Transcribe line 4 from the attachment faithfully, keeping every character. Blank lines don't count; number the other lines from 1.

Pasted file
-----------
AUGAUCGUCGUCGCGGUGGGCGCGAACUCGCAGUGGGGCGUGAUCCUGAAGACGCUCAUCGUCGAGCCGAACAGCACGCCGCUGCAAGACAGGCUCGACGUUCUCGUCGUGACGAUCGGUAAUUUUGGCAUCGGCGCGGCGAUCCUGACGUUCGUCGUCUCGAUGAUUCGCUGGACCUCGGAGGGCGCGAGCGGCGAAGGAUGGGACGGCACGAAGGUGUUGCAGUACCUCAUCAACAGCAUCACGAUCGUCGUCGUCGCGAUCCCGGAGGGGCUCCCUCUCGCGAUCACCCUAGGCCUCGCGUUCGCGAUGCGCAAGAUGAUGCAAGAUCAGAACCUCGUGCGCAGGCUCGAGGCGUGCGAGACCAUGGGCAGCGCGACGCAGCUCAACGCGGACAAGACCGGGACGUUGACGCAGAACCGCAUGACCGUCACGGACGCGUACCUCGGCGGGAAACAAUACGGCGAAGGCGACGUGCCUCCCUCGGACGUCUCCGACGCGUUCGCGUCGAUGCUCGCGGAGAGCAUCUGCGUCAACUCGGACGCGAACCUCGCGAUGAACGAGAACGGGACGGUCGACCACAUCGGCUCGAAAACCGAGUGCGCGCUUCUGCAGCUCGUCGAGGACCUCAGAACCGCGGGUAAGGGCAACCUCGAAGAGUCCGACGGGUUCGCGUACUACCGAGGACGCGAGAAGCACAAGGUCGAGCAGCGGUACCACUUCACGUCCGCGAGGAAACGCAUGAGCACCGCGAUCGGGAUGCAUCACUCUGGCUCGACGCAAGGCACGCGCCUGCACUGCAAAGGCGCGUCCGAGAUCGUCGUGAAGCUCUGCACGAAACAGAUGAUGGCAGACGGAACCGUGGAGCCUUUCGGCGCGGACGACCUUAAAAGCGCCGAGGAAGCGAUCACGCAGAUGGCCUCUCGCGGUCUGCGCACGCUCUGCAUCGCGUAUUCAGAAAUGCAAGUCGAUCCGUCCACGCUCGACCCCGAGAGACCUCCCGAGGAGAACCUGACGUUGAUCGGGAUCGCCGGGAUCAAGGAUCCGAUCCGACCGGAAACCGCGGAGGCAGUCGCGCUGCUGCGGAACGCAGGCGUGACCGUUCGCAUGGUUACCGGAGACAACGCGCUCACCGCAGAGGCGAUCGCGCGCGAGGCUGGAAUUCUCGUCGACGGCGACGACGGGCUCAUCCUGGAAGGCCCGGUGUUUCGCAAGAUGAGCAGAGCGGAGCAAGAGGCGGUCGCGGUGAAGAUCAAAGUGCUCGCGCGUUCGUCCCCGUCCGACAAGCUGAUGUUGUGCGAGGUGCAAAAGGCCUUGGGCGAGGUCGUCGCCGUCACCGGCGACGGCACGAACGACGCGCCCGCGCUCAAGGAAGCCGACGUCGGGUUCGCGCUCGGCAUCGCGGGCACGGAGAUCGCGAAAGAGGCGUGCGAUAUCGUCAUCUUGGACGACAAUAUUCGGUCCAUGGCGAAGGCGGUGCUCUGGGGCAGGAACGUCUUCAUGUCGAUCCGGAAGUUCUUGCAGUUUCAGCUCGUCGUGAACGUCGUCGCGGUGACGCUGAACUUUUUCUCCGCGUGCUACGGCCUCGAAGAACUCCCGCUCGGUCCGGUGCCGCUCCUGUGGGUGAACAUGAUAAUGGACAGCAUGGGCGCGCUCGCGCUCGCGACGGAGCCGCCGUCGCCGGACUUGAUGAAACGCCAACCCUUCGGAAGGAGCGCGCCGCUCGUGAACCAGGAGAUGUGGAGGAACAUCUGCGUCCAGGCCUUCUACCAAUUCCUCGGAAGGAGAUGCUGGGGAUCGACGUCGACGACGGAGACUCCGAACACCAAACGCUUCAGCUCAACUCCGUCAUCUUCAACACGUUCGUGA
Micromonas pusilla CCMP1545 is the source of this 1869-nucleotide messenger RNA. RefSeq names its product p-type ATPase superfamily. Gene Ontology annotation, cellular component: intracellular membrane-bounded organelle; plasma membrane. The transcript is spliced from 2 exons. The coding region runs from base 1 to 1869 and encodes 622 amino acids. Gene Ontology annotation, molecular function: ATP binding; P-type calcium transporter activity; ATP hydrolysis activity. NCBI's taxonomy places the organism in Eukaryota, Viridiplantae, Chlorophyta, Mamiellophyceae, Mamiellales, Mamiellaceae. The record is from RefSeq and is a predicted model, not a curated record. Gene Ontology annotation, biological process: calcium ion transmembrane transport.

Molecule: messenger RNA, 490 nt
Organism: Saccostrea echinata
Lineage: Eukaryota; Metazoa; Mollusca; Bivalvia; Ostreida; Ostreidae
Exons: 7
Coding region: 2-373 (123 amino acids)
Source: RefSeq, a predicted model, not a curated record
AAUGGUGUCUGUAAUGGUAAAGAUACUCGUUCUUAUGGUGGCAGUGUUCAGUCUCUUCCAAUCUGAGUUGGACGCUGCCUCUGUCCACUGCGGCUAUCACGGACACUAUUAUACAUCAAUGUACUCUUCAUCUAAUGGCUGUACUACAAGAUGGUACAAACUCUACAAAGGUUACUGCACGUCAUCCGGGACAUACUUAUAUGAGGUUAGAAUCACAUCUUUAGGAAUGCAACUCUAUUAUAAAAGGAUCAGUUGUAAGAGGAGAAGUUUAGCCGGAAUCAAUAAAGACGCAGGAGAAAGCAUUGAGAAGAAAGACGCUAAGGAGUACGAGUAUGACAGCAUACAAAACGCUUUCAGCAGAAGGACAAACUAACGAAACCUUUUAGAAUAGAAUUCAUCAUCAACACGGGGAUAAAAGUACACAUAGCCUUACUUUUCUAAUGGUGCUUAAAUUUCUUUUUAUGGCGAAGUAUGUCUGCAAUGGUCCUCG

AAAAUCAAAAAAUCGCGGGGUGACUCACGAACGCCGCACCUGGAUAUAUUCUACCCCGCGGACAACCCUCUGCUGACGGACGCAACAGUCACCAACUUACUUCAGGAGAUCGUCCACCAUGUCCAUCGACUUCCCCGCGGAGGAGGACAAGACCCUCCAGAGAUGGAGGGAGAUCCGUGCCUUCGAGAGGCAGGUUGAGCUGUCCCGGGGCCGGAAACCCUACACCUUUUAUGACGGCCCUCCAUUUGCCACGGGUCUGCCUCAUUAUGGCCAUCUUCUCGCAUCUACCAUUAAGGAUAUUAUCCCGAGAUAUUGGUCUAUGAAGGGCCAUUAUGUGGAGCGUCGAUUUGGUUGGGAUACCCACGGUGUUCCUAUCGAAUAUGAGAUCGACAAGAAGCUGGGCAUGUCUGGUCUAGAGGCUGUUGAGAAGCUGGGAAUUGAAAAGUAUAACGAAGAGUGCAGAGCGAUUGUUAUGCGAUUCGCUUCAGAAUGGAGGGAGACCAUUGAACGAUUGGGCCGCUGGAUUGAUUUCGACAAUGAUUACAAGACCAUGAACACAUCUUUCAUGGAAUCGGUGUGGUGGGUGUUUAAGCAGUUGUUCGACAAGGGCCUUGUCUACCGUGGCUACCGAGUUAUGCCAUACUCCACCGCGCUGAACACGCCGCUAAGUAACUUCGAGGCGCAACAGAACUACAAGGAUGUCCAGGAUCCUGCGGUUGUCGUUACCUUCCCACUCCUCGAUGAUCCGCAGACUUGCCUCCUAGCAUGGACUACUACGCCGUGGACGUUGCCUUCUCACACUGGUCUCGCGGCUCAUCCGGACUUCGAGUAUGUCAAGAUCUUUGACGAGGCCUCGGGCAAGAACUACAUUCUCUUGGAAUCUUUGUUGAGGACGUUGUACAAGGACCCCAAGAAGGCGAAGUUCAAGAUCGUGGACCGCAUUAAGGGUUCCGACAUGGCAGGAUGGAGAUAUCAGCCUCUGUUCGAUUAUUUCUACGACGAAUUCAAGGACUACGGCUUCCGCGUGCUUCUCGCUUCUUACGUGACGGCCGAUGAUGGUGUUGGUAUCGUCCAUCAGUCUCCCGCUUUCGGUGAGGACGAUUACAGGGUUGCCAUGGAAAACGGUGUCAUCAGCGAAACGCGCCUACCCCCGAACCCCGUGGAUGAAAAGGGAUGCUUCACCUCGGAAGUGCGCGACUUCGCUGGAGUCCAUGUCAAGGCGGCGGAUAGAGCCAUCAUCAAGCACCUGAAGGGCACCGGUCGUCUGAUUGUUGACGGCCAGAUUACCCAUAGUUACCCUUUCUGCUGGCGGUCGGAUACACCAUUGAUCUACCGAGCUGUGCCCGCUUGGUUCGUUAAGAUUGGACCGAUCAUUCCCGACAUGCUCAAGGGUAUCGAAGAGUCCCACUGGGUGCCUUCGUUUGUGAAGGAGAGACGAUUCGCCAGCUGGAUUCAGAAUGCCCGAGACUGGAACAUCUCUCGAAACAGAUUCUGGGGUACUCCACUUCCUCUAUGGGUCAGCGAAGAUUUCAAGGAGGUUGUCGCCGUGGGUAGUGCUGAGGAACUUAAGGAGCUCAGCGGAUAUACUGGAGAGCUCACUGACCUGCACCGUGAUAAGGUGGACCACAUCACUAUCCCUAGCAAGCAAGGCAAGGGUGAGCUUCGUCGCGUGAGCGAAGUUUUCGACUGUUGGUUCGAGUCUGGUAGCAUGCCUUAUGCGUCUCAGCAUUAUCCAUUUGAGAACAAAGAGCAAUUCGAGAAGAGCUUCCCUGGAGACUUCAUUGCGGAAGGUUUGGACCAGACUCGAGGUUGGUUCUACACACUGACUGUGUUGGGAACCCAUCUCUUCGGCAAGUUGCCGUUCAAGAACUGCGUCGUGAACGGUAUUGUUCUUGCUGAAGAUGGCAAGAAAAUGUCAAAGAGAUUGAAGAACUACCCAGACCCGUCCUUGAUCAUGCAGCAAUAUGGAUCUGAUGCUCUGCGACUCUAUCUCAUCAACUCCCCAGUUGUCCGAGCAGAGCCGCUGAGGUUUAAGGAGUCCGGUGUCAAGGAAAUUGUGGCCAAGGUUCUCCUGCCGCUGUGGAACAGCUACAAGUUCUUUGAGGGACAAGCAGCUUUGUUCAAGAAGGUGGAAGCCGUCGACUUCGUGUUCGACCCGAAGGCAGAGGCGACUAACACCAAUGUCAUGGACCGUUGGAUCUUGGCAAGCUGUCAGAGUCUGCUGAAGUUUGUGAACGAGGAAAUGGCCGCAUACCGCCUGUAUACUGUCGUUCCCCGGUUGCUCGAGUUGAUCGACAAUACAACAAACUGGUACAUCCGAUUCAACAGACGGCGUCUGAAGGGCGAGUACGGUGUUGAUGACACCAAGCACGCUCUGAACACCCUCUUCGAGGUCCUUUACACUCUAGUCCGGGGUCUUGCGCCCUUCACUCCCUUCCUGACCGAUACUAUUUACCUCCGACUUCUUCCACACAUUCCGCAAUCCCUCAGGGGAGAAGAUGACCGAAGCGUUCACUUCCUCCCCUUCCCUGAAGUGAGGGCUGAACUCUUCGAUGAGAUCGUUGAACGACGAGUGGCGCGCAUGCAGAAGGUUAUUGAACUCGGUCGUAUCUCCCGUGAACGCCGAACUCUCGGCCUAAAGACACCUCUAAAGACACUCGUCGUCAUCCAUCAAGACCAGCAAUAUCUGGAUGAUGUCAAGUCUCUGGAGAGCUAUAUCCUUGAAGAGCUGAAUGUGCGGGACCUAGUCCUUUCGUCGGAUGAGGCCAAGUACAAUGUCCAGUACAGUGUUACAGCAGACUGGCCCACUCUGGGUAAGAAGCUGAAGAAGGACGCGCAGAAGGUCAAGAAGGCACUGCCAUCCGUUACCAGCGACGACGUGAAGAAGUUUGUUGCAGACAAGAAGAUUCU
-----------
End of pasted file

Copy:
Organism: Saccostrea echinata